A cashless India is not an idea just dropping from the sky; nor is it an agenda whose blueprint Narendra Modi carried in his briefcase when he first stepped into 5 Lok Malyan Marg (the prime minister's residence in New Delhi). Its roots can be traced at least as far back as to 2009 when an eminent economist, Prime Minister Manmohan Singh, launched the biometric database system, Aadhar. Ever since, as more than one-fifth of India's population joined the banking system and more than a whopping 95 per cent of that population joined the digital world, Modi's 2016 ban on 85 per cent of the country's circulating cash proved to be the coup de grace of a cashless country. Stephen MacBride has aptly noted India's stride in becoming "the first digital, cashless society" (Business Insider, July 2, 2017).
There is more to it. As Indian Finance Minister Arun Jaitley observed during his brief October 2017 Bangladesh visit, any economy "overtly dependent on cash harms the poor and supports corruption" ("Cash-based economy works against the poor, leads to corruption, says Jaitley," bdnews, October 04, 2017). He might also have added that, by bringing poor people into the banking system, without massive governmental incentives to prevent large-scale zero bank-balances (which Modi's government is already supplying), chances of the impoverished account-holder borrowing, running eventually into high debts, and, above all, becoming a tax-target for the first time, could leave that person in thicker financial mud than ever before.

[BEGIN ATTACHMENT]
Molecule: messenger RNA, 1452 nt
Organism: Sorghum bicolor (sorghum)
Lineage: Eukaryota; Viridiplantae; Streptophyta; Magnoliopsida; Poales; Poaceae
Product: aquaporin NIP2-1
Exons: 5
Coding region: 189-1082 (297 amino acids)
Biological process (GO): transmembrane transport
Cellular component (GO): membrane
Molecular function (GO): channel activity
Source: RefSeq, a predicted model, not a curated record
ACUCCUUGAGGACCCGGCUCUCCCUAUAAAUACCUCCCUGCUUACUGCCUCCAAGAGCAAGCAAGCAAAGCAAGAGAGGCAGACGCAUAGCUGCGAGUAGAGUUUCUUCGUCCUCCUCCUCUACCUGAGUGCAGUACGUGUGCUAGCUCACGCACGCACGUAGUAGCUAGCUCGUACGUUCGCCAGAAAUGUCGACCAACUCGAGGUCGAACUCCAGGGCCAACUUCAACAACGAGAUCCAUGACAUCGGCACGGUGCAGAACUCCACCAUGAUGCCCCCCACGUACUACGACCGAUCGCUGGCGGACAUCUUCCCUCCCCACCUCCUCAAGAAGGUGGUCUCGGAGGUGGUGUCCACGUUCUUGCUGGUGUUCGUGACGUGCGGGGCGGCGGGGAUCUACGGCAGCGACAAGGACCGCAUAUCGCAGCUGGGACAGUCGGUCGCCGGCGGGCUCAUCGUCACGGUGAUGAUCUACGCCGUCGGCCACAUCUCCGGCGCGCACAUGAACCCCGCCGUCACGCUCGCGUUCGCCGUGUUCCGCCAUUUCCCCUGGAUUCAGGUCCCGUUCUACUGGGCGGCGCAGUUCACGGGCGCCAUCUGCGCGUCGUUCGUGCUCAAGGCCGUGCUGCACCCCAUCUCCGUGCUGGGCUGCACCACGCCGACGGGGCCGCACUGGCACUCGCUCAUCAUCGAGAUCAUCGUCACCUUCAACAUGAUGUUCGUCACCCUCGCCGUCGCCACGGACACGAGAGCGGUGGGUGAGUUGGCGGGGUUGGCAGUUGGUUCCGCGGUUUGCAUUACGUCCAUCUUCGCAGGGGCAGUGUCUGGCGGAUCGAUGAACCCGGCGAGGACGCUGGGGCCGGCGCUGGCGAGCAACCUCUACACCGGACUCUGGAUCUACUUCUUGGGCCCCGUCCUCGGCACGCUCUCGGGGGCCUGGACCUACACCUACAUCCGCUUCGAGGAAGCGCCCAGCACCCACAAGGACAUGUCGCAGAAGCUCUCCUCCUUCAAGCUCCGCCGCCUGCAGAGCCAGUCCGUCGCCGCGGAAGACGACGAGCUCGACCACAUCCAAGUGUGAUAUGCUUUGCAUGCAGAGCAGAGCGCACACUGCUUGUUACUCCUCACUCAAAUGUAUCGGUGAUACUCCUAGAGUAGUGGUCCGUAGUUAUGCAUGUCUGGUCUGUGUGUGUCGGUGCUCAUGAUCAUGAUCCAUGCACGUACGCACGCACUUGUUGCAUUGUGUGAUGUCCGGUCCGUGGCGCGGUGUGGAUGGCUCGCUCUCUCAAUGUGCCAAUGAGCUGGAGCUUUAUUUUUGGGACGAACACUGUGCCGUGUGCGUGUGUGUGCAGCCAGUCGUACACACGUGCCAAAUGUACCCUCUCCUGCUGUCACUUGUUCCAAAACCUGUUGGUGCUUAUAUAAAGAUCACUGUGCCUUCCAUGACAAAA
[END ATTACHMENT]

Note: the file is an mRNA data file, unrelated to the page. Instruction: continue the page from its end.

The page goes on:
That is not an empty fear, if the case of the credit-card holder is any guide. With its 1950 advent, just in the United States, credit-card debt has mushroomed, so much so that not having a credit-card debt is increasingly looked upon as being un-American. In this century, the average US citizen's credit-card debt has increased from just over 5,000 USD to just over 7,500 USD, with the total consumer debt approaching 4.0 trillion USD today. James J. McAndrews of the Wharton Financial Institution Center is just about as worried about the 7.5 per cent of US households without a bank account as Jaitley was about the 42 per cent of Indians outside that system in 2014, but for contrasting reasons ("Should we move to a mostly cashless society?" The Wall Street Journal, September 24, 2017). Whereas Jaitley was more concerned about reducing crime and tax-evasion, McAndrews feared a cashless society would leave the day-labourer stranded, immigrant workers hamstrung, and crisis-ravaged people, such as victims of Hurricane Harvey, even more distressed. Pushed to the limit, phasing out large bills is interpreted by Jaitley as re-monetising the starved banks, but to McAndrews the recipe for legitimate industries to resort to illegitimate methods, and thereby jeopardise the system (in the absence of large bills, he argues, legitimate business may resort to fraudulence to pay off expensive expenditures).